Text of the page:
Thursday, September 5, 2019

Growing Roots

by Emily Conrad



I’ve heard the morbid take on bouquets that there’s no point in enjoying cut flowers because they’re all dead as soon as they are clipped from the plant. Though I didn't need much encouragement to enjoy cut flowers anyway, I picked one little flower recently that proved this perspective wrong.


We arrived home from vacation on Tuesday, July 30th, and I picked myself a bouquet of zinnias from my flower garden. Some of the blooms have died off in the month since, but a few remain vibrant and cheery. One has accomplished a feat I’ve never seen a cut flower undertake before.

It is growing roots.



This is the first year I’ve planted zinnias. Perhaps if you grow them and keep them around your house, you’ve seen this happen before. However, it's the first time I've seen a cut flower sprout roots, so I see the development as a striking reminder to hope.

Odds are, when you pick flowers, they will last for a week or two, then die. But sometimes the odds are wrong. Sometimes, flowers last much longer. Sometimes, they grow roots.

Odds in other circumstances are stacked against us, too. But sometimes, the odds are wrong.

After all, it’s not the odds we depend on. It’s our Heavenly Father who loves us so much, He sent His Son to pay the price for our sins.

In Him, we have hope in all things.

And we know that all things work together for good for those who love God, who are called according to his purpose - Romans 8:28, NET



God is good, He loves us, and He can do anything.

I've seen Him bring good out of difficult situations.

Still, this doesn't mean everything will always work out just the way we want, even as believers. Jesus warned His followers to expect trouble in this life (John 16:33).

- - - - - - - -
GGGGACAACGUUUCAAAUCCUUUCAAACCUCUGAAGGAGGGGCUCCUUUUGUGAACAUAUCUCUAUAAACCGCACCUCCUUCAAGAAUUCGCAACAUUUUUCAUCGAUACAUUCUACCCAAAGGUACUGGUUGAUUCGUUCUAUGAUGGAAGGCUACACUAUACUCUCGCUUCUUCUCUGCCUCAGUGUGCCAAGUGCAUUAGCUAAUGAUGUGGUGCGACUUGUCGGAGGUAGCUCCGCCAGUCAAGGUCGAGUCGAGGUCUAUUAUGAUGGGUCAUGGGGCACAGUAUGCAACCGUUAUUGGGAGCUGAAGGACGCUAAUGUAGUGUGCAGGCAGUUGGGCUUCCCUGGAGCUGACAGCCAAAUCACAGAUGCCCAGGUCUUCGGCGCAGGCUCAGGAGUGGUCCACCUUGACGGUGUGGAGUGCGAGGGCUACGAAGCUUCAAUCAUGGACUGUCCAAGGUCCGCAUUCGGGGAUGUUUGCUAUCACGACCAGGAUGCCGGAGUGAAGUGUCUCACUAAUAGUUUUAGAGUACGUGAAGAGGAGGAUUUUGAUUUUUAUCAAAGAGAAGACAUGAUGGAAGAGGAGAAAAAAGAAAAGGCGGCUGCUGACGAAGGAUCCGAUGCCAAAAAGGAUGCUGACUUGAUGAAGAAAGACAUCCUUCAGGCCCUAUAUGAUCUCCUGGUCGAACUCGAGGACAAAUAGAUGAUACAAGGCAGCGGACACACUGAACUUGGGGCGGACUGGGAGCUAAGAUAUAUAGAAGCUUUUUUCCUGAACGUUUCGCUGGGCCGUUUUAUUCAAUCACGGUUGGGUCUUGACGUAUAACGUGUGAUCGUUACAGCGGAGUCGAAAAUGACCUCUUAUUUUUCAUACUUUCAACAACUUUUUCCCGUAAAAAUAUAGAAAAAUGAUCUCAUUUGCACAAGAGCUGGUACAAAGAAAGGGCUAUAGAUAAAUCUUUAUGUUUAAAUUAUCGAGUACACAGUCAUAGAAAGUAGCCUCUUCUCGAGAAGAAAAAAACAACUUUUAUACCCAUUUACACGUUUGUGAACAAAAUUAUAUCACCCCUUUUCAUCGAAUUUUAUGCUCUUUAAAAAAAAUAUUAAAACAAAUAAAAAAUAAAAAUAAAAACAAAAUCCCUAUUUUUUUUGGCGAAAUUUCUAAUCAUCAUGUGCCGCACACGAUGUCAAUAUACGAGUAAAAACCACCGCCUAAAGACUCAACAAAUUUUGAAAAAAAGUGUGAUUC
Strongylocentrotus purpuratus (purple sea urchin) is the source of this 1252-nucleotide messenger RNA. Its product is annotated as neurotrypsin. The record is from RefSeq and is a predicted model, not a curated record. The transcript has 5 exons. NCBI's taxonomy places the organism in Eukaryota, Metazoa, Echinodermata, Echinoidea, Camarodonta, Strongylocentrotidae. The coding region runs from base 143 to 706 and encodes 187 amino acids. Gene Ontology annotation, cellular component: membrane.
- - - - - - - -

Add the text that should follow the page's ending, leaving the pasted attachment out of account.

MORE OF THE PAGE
Among other difficulties we face, we're not that unlike cut flowers ourselves. Each of us have numbered days. Like a vase, this world is not a forever home. We won't find true satisfaction or true hope here apart from Christ. That's why, like that zinnia, we need to be growing roots.

I pray that [...] Christ will dwell in your hearts through faith, so that, because you have been rooted and grounded in love, you will be able to comprehend with all the saints what is the breadth and length and height and depth, and thus to know the love of Christ that surpasses knowledge, so that you will be filled up to all the fullness of God.
Ephesians 3:16-19, NET

When rooted in Christ's love, we are satisfied in the best way possible.

Through faith and relationship with God, we have hope in the worst circumstances, hope even in death. 

"I am the resurrection and the life. The one who believes in me will live even if he dies, and the one who lives and believes in me will never die." Words of Jesus, John 11:25b-26a, NET

God alone can sustain us through the trials of this life and transplant us to eternity in His presence.


As intrigued as I am by that zinnia, perhaps the analogy is imperfect.

My point is simply this: Through Jesus, we have hope, even in the worst circumstances. When we believe in Him, we are secure in life or in death.

As for my zinnia, I think I'll reward its valiant, hopeful roots by potting it in soil to see what happens next.







PS - I was on Seriously Write earlier this week. You can read "Writing: A Worthwhile Risk" here.



When rooted in Christ's love, we are satisfied in the best way possible. Through faith and relationship with God, we have #hope in the worst circumstances, hope even in death. via @emilyrconrad

It’s not the odds we depend on. It’s our Heavenly Father who loves us so much, He sent His Son to pay the price for our sins. In Him, we have hope. via @emilyrconrad #hope

Through #Jesus, we have hope, even in the worst circumstances. When we believe in Him, we are secure in life or in death. via @emilyrconrad #hope

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2 comments:

Carol James said...

Thanks for sharing, Emily. Your zinnia’s are beautiful. My daughter has grown them for years, and I intended to plant some thus year, but didn’t. My mom used to root flowers like that all the time. Especially African violets.

Emily Conrad said...

Oh, I didn't know you could root African violets that way! Cool! Of course, the one time I plant sat an African violet for my grandma, I killed it pretty quickly... Maybe I'll have to try again someday. Thanks so much for stopping by!